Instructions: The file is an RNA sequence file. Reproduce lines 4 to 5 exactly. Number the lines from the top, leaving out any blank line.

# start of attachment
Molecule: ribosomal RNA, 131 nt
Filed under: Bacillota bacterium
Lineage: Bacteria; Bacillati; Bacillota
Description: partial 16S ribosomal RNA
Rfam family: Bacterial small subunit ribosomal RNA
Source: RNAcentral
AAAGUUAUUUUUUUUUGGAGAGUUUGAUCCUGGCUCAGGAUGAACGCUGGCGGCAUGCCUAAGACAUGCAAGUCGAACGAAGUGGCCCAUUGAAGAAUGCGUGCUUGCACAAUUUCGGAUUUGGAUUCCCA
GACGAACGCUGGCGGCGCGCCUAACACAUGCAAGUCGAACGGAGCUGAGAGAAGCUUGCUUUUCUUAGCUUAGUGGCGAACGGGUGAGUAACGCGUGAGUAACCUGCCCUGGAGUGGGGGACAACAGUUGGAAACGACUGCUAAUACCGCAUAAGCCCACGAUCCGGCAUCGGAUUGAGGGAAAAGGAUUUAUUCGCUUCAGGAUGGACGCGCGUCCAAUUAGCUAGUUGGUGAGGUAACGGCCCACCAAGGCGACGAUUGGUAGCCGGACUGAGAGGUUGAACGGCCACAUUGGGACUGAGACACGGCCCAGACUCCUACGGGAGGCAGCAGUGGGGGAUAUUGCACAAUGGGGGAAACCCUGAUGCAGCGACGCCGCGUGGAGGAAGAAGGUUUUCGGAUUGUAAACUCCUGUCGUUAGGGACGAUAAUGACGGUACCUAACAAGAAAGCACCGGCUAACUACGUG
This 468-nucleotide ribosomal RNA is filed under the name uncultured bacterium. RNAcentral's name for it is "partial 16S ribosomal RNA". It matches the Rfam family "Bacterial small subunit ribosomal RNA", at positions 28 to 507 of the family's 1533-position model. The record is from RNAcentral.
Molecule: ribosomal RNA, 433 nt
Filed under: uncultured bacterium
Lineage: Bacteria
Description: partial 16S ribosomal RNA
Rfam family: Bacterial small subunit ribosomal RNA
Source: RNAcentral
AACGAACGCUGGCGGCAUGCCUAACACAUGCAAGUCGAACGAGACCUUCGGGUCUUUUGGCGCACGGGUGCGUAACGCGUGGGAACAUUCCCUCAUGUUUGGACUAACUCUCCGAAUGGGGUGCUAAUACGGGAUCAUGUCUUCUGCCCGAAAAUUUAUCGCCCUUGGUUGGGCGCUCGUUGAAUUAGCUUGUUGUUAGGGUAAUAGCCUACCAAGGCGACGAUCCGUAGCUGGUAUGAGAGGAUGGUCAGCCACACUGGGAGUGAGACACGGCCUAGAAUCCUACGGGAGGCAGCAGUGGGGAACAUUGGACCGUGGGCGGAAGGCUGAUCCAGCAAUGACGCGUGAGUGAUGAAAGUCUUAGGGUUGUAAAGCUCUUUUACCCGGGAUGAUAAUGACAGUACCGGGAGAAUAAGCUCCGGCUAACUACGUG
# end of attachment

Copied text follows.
Description: partial 16S ribosomal RNA
Rfam family: Bacterial small subunit ribosomal RNA